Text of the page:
In this study, annual variations of DON, ZEA, and FUM concentrations during the 2013-2015 timeframe, given per the harvesting year and the type of cereal are shown in Fig. 1-3{ label needed for fig[@id='f2'] }{ label needed for fig[@id='f3'] }.

Fig. 1 Concentration of deoxynivalenol (DON) established in various types of cereals in various harvesting years
CJFST-9-1-11-f1
{ label needed for fig[@id='f2'] }
Fig. 2 Concentration of zearalenone (ZEA) established in various types of cereals in various harvesting years
CJFST-9-1-11-f2
{ label needed for fig[@id='f3'] }
Fig. 3 Concentration of fumonisins (FUM) established in various types of cereals in various harvesting years
CJFST-9-1-11-f3

The highest mean concentrations of mycotoxins were determined in all three cereals in the year 2014. The results of ANOVA revealed statistically significant differences (p <0.05) in DON, ZEA, and FUM levels between various types of cereals (i.e. maize in comparison to wheat and barley) and various cultivation/harvesting years (i.e. 2014 in comparison to 2013 and 2015). The maximum mean concentrations of mycotoxins were observed in maize sampled in 2014, with mean values of DON of 1,611±1,825 μg/kg, that of ZEA of 655±715 μg/kg, and that of FUM of 2,025±1,456 μg/kg. All samples, in which mycotoxin concentrations surpassed those stipulated for food and feed under the applicable legislation, were observed in cereals sampled during 2014.

Given the fact that high mycotoxin levels are usually associated with climate conditions, in particular humidity and temperature as the factors most critical for mould formation, and thus also mycotoxin production, in the studies of Fusarium mycotoxins occurrence dependent on weather conditions observed during the investigated period should be taken into account (Pleadin et al., 2013). Official weather reports for 2013 and 2014 show that in the period of cereal growth and harvesting (May-August) the investigated parts of Bosnia and Herzegovina (http://www.fhmzbih.gov.ba/latinica/KLIMATOLOGIJA/ANALIZA/K-sezona.php) were warm (75-91%) to very warm (91-98%). As for humidity, the year 2013 was either normal or dry to very dry (< 25%), whereas the year 2014 was highly (91-98%) to extremely humid (> 98%). In 2015, the period of concern was very warm (91-98%) and normal or dry to very dry (< 25%). Therefore, higher mean concentrations of Fusarium mycotoxins determined in cereals sampled in 2014 in comparison to those sampled in 2013 and 2015, could be linked to high or to extreme humidity seen during the cereal growth and harvesting period, which could enhance mould growth, and consequently also the production of Fusarium mycotoxins.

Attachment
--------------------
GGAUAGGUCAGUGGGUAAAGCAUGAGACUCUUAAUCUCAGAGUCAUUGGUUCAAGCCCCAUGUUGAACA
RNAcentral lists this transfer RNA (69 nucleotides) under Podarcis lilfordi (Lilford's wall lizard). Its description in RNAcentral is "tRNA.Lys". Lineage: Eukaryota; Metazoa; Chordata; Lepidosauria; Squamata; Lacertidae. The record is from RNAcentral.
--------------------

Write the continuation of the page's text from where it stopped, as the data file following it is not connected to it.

Conclusions

The observed average mycotoxin concentrations revealed maize to be the most contaminated among cereals, with DON as generally the most common Fusarium mycotoxin encountered, followed by ZEA and FUM. Significantly higher mean concentrations of all mycotoxins in all types of cereals under study, observed in 2014, can be associated to high or to extreme humidity witnessed during the cereal growth and harvesting period that could enhance mould growth and consequently also the production of Fusarium mycotoxins. Since generally high rates of contamination with Fusarium mycotoxins were detected, in order to ensure safety of cereals and cereal-based products used as foodstuffs and feedstuffs, it is necessary to establish consistent control over these contaminants and to annually determine and monitor their presence, taking into account climatic conditions during cereal growth period.